A different type of myopathy has been described in patients who have received high-dose corticosteroids for acute severe asthma, in recipients of organ transplantation and in patients with myasthenia gravis. A thick filament myopathy has been described, characterised by selective loss of myosin filaments. There are usually no neuropathic changes. However, plasma creatinine kinase levels are often elevated, and progression to diffuse myonecrosis (rhabdomyolysis) is possible. Experimentally, thick filament myopathy can be produced by surgical denervation of muscle followed by exposure of the muscle to corticosteroids. This causes an upregulation in the number of steroid receptors and a resultant steroid hypersensitivity. It follows that denervation of neuromuscular transmission by either pharmacological (e.g. neuromuscular blocking agents) or immunological (e.g. myasthenia gravis) means could render muscle susceptible to the myopathic effects of corticosteroids. However, the fact that thick filament myopathy has been described in patients who have not received muscle relaxants or steroids suggests that other factors are involved in its aetiology.

In acute necrotising ICU myopathy, myonecrosis with vacuolisation and phagocytosis of muscle fibres is prominent. Plasma creatinine kinase levels are frequently raised, and in a minority of patients frank rhabdomyolysis may ensue. Necrotising myopathy has also been described in patients admitted to ICU with status asthmaticus. These patients were generally non-septic and received high-dose corticosteroids, either alone or in combination with muscle relaxants. Myonecrosis has also been reported in other critically ill patients, some of which had received very high doses of neuromuscular blocking agents alone.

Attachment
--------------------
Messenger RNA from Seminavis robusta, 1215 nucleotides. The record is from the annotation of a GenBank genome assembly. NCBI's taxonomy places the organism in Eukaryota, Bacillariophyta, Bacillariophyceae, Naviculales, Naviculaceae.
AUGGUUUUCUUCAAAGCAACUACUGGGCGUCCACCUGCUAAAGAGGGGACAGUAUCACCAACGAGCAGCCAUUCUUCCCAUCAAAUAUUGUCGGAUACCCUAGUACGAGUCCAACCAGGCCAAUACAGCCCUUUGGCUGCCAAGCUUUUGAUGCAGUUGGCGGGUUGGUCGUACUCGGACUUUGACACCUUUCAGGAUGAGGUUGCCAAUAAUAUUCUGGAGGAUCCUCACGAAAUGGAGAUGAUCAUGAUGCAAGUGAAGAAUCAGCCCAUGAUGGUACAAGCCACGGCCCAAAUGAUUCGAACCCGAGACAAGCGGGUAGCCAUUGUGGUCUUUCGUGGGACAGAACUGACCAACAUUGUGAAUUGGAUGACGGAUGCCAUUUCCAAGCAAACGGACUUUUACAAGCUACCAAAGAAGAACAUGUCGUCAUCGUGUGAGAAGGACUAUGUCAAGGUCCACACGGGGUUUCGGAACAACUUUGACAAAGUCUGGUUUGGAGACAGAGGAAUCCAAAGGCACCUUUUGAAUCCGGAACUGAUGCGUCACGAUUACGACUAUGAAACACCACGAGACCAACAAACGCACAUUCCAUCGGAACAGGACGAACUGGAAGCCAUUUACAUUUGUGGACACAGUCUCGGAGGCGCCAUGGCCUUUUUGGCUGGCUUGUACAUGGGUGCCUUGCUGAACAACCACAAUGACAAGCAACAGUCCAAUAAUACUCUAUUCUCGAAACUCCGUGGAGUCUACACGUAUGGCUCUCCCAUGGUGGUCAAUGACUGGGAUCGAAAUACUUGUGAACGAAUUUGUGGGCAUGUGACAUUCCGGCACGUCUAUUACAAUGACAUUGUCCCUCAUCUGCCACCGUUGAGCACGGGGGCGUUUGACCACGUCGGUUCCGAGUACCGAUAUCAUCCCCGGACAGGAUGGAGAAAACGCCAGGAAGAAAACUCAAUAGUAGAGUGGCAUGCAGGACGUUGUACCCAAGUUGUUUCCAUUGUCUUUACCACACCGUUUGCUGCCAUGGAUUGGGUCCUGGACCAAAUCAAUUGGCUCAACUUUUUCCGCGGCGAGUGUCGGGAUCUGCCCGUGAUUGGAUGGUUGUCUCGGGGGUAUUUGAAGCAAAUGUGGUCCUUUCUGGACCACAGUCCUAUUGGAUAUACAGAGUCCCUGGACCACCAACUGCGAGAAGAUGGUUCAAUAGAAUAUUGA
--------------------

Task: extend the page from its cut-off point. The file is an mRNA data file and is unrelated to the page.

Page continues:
Focus on the diagnosis of CIP and CIM

The diagnosis of CIP and CIM is based on the triad of clinical examination, electrophysiological studies and muscle biopsy. However, in order to make a confident diagnosis of CIP and CIM, it is important to exclude any existing conditions associated with neuromuscular weakness. These conditions include spinal cord disorders, Guillain-Barré syndrome and chronic inflammatory demyelinating neuropathy, diabetic polyneuropathy, myasthenia gravis and Lambert-Eaton syndrome, and muscular dystrophy. Low electrolyte states (hypokalaemia, hyponatraemia, hypophosphataemia) are recognised causes of muscle weakness and rhabdomyolysis and need to be excluded. Other recognised causes of myonecrosis and rhabdomyolysis are trauma, prolonged immobility with muscle compression, status epilepticus, toxins and drugs, hypothermia and heat stroke.